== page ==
LAPD shooting: Gunman ambushed two LAPD cops
LAPD shooting: Two undercover detectives were injured when a shooter ambushed them on their way back to an LAPD police station.
A black-clad gunman ambushed two undercover detectives returning to a police station early Tuesday, but their wounds didn't prevent them from aiding the hunt for the attacker.
Police Chief Charlie Beck described the shooting as an attempted assassination and mobilized a huge search involving helicopters, dogs and about 200 officers.
Police initially cordoned off 25 square blocks of the Mid-City area of Los Angeles, leaving thousands of residents stranded in homes and forcing drivers to find detours for their morning commutes.
Later in the day, the search focused on a neighborhood just south of the LAPD's Wilshire substation, where the attack occurred.
At least 10 people were detained for questioning and released. Police also planned to look at surveillance video from homes and businesses.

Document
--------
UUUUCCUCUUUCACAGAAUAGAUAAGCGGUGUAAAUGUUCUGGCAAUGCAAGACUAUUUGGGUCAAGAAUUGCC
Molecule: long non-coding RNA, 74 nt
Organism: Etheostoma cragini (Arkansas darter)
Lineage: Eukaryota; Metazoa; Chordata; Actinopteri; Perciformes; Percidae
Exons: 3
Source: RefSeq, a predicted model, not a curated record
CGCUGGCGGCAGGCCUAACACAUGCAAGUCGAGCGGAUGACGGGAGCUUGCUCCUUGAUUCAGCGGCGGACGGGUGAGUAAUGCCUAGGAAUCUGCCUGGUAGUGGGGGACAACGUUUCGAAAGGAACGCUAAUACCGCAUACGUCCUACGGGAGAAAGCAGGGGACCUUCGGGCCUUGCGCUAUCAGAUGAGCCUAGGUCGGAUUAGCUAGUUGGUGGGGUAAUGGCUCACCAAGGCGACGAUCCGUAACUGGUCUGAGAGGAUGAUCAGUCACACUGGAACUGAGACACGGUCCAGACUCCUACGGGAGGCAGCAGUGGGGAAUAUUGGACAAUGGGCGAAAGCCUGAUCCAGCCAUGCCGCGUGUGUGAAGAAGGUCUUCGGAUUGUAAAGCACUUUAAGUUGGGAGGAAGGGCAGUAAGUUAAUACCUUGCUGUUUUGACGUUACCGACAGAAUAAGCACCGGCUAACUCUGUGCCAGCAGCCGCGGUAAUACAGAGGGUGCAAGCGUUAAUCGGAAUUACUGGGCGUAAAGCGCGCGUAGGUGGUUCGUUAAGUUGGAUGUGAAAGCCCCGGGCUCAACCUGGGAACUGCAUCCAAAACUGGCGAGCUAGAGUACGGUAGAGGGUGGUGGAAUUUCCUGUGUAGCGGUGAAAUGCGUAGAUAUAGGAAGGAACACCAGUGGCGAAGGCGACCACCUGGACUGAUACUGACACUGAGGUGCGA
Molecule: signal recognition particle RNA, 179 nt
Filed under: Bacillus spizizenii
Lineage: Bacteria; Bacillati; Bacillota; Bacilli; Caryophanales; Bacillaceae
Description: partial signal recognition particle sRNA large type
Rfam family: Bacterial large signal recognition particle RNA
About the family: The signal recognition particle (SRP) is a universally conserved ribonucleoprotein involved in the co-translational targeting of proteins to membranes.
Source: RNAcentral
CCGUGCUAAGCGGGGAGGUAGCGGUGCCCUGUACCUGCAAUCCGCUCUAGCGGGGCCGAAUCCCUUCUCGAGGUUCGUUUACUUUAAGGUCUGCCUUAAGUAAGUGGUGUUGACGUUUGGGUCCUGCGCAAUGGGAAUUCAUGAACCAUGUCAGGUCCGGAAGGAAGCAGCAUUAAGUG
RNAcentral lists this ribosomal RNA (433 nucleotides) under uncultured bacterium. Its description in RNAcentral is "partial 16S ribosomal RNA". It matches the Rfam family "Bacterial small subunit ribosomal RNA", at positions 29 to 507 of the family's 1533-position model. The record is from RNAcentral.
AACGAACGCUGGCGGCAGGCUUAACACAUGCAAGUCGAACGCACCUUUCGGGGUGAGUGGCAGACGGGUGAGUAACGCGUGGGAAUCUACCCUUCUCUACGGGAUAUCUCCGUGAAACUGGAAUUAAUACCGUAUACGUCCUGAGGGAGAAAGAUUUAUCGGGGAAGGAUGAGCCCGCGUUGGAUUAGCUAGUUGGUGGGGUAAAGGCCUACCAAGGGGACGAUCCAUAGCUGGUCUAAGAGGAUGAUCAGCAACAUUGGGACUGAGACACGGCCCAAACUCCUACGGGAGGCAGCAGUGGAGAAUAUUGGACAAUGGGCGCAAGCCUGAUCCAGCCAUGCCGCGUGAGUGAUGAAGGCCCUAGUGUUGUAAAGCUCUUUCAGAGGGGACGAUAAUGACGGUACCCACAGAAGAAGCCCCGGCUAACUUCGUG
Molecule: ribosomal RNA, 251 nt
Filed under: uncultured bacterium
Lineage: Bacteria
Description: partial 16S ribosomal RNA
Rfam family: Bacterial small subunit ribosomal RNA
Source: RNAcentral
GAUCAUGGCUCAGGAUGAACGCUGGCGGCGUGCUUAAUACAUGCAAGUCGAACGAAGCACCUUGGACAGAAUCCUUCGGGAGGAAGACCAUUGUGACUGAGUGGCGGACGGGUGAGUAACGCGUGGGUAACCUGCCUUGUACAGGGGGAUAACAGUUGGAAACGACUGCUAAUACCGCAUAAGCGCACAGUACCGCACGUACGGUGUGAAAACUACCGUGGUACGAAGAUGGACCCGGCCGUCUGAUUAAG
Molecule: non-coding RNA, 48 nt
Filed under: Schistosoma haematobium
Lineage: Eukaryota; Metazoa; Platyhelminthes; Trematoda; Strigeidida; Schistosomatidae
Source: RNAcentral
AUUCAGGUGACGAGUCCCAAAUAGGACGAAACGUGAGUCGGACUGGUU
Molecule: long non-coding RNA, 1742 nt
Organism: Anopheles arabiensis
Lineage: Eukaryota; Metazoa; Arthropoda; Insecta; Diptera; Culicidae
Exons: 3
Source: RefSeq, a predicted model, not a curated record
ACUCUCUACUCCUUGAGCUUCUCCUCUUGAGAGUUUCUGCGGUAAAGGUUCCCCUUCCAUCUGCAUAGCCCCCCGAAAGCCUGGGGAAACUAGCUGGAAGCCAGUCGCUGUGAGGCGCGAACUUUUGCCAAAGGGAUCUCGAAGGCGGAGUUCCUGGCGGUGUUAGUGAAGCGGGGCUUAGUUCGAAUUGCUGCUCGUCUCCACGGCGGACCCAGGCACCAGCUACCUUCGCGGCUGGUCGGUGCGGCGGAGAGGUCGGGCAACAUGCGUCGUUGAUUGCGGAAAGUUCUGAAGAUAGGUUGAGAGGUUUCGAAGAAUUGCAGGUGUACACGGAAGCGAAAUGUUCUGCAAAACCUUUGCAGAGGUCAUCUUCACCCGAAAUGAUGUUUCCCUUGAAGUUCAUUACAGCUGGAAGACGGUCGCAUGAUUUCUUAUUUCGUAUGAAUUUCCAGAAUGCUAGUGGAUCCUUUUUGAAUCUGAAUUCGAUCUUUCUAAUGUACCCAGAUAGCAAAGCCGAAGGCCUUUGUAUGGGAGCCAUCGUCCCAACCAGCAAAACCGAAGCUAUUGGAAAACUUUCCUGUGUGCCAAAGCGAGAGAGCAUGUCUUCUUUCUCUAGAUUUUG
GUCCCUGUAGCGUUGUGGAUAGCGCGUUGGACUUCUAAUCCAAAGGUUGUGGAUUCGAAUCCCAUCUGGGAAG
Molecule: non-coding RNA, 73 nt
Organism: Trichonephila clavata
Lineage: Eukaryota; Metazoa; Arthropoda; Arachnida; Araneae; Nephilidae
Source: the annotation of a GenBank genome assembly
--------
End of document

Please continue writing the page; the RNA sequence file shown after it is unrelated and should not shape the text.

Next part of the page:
"Anybody who's willing to do this and take on two armed police officers outside of a police station is obviously a very dangerous person," police Cmdr. Andrew Smith said.
The detectives who were attacked are assigned to an undercover burglary task force and were returning to the station about 4:30 a.m. They were using a keycard to open a gate as shots were fired, police said.
"Suddenly someone from behind began shooting at their vehicle," Smith said.
The car was hit several times and the detectives fired back as the man ran away, Smith said. The gunman and detectives fired more than a dozen shots, he said.
One officer suffered a minor wound to the back of his head, either from a bullet graze or debris from the damaged car, Smith said. The other had an injury to the back of his hand. Their names were not released.
They were treated at a hospital and returned to a command post for the manhunt. One detective has 20 years on the job and the other is an 11-year veteran, Smith said.
The shooting was believed to be an isolated attack, but as a precaution all other police stations were notified to be on high alert, Smith said.
AP writer Tami Abdollah contributed to this report.